My mother always said that life offered a feast or a famine and never a steady balanced three meals a day which might keep our blood sugar and nerves steady. No, it was a juddering, shuddering rollercoaster ride, swinging from gluttony to a wafer and water diet, and I should always be ready for either.
This year so far has certainly been of a generous rather than miserly disposition. I’ve been immensely fortunate with productions and commissions in 2019/20 and pause now, just post-midsummer, with my head spinning and my belly fit to burst. This, I promise you, is not gloating – the famine months will be upon me again soon enough, and I know from past experience what bolsters me through those lean times is the memory of small celebrations when things were bowling along famously, thank you very much. Success and steady employment is scarce enough in this business, so should be celebrated when it dallies in the neighbourhood. But as my friend Chris reminds me, it isn’t entirely luck when things go well, but a reaping of the benefits of work we seeded long ago. And so like the cricket in the fable, I am singing in the sunshine, but also trying to be the ant and prepare for the future.
Fables have been very much a companion the past few months as my first small commission for Unicorn Theatre goes into production. “Working in theatre with young audiences is a total privilege and helps make you a better artist” Aesop’s Fables directors Justin Audibert and Rachel Bagshaw said in a recent interview and I totally agree.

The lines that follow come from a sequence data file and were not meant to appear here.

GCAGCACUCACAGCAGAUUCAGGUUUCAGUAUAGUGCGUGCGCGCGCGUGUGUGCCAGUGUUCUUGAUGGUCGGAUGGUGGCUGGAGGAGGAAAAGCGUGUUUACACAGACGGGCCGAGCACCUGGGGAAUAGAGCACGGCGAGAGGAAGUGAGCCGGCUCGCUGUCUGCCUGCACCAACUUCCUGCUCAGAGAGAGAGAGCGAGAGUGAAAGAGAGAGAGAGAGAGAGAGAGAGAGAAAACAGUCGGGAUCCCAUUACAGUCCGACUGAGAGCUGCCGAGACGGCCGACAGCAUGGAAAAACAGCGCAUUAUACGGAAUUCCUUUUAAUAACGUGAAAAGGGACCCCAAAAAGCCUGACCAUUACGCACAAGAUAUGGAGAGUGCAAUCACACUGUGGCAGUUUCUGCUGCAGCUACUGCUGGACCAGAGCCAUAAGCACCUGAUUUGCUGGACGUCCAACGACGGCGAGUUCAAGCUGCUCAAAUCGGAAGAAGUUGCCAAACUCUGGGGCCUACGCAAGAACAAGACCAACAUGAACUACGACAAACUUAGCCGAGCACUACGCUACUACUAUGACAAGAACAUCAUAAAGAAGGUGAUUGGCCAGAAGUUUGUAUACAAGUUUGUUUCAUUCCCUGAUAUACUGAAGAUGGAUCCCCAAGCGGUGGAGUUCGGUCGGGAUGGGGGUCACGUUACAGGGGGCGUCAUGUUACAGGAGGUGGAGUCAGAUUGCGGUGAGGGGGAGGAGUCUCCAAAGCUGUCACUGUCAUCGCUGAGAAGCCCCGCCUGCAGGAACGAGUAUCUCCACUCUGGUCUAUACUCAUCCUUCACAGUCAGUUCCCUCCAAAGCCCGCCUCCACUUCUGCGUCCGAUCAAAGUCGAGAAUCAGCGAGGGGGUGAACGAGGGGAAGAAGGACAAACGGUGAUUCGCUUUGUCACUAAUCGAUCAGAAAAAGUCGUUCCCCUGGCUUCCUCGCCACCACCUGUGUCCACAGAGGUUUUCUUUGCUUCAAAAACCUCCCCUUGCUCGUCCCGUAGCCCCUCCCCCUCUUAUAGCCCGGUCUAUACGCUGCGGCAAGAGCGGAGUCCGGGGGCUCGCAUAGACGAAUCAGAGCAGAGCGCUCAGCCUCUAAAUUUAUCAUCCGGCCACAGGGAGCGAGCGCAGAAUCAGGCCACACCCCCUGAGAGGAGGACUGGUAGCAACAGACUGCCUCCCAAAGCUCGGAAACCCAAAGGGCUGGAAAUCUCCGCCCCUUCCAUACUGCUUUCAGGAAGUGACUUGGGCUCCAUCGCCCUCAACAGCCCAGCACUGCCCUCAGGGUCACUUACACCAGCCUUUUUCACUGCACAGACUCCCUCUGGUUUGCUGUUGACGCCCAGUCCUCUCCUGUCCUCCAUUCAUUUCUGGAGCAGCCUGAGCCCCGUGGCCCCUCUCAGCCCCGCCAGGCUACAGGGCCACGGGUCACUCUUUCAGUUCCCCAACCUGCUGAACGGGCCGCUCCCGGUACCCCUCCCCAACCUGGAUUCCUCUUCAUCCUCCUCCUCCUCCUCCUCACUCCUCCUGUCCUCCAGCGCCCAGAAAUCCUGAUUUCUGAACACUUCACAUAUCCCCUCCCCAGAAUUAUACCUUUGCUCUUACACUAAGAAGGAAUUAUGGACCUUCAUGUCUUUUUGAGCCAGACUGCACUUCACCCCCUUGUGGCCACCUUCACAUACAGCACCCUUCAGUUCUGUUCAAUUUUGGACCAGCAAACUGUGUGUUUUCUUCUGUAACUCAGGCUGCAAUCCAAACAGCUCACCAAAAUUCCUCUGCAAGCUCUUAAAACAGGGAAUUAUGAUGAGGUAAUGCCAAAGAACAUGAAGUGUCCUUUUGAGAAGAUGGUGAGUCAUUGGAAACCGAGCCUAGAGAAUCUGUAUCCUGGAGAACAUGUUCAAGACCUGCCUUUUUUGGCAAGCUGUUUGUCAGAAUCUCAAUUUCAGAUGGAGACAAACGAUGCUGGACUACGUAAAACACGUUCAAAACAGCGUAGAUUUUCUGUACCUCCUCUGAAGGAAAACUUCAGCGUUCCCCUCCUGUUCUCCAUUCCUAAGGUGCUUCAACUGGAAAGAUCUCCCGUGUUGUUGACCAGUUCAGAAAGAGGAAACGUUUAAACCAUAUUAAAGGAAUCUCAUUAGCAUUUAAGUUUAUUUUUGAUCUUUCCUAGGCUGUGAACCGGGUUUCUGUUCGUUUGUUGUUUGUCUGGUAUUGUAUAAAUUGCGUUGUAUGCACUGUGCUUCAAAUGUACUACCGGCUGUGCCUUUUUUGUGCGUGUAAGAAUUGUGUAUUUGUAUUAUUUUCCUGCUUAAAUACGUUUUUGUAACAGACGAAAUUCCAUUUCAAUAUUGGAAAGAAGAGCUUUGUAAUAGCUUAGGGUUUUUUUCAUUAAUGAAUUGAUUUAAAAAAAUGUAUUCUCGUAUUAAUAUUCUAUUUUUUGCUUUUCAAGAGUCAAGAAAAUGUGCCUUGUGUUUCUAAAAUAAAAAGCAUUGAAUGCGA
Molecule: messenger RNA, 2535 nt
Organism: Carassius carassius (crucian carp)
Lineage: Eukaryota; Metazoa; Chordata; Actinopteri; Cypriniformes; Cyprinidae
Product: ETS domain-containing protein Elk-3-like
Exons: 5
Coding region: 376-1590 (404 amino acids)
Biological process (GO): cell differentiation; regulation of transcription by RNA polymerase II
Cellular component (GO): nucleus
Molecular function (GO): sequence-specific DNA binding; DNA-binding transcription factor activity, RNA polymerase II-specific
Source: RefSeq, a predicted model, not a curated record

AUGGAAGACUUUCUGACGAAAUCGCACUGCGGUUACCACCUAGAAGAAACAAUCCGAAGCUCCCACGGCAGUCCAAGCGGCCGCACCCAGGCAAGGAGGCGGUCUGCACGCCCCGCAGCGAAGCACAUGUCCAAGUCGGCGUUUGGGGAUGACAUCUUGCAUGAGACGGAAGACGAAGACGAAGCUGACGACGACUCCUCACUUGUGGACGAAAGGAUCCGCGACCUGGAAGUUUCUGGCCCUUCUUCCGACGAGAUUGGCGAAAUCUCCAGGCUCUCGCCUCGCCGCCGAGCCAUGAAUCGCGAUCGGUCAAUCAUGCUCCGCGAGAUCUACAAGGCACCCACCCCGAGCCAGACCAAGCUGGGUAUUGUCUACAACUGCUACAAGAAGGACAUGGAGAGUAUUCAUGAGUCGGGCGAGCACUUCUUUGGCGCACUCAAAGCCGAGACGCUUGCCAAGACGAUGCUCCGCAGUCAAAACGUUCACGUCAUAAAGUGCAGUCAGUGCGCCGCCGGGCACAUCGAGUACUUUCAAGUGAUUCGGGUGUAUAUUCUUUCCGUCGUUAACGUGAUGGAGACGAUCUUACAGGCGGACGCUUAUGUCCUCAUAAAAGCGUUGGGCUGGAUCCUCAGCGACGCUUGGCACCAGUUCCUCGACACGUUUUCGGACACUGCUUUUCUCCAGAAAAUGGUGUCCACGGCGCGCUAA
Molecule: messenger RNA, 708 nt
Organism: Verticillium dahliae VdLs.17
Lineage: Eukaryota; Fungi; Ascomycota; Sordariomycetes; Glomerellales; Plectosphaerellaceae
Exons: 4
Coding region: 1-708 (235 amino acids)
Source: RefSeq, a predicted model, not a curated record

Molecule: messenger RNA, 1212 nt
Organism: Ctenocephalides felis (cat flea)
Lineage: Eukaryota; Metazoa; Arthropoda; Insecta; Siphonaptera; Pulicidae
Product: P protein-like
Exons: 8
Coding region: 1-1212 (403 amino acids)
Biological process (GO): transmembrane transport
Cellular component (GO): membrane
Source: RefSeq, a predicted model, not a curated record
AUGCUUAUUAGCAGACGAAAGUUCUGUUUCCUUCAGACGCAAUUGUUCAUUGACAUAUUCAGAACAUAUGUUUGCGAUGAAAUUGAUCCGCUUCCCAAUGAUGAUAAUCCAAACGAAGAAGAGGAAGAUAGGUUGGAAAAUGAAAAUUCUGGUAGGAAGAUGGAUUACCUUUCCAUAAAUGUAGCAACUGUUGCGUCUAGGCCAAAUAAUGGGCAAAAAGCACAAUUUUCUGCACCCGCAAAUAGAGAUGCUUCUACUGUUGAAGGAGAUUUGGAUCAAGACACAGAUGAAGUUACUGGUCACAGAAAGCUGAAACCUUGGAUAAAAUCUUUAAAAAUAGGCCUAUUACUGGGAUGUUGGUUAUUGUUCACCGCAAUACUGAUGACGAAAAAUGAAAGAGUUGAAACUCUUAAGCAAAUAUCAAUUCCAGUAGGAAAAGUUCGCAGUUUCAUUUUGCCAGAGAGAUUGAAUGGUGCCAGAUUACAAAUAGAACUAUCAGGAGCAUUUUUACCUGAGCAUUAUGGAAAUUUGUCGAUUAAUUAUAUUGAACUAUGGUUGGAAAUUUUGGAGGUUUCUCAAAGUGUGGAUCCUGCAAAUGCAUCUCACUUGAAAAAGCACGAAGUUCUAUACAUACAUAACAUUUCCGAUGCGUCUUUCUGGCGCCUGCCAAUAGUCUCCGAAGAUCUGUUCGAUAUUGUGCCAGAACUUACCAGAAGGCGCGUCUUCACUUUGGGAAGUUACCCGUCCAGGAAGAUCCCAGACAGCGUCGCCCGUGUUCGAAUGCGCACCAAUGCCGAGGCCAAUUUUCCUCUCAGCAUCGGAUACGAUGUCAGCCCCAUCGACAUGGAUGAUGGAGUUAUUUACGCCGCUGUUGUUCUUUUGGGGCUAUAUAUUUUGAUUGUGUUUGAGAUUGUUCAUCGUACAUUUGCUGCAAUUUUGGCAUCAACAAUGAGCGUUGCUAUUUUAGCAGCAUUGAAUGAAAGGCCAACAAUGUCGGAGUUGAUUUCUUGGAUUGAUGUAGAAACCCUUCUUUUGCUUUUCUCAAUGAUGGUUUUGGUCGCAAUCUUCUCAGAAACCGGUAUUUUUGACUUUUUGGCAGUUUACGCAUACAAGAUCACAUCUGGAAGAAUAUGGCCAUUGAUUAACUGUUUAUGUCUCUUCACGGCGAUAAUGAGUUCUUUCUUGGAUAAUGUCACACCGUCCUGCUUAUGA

My writing commissions when I was starting out were for young audiences, and the first thing I think about when approaching a new script is considering who will be experiencing the event I hope to create. It directs the story, tone, aesthetic and theatre style. After huge state of the nation plays about death, difference, diversity and disability, it was hugely enjoyable to return to thinking about a young audience, and how to select and make current one of Aesop’s Fables for The Unicorn Theatre’s summer production.
I chose ‘Dog and Wolf’, a little known fable from Aesop’s trove, as I needed to find something that could have resonance for contemporary times and one that could be political (as in the personal is political) rather than archaic or moralistic. Aesop is often associated with ‘the moral of the story is…’ but there’s no moral here, it’s a teaching, which is just as well, as I abhor moralising. I think it’s better to engage through raising curiosity or empathy rather than through the flawed binary of right or wrong. This pithy fable explores quite complex relationships and issues – of ‘ownership’, hierarchy, freedom, and work/life ethics and fitted my politics of preferring to be hungry and free than well fed but not owning yourself.
I hasten to say, my looping, punning, tongue-twistery treatment of the fable may indeed verge on the post-dramatic, but it’s not as worthy as my hand-wringing description, above, suggests. Co-directed by both Justin and Rachel, it appears in the repertoire for both age groups, 4-8 year old and 8-11 years, and runs until August.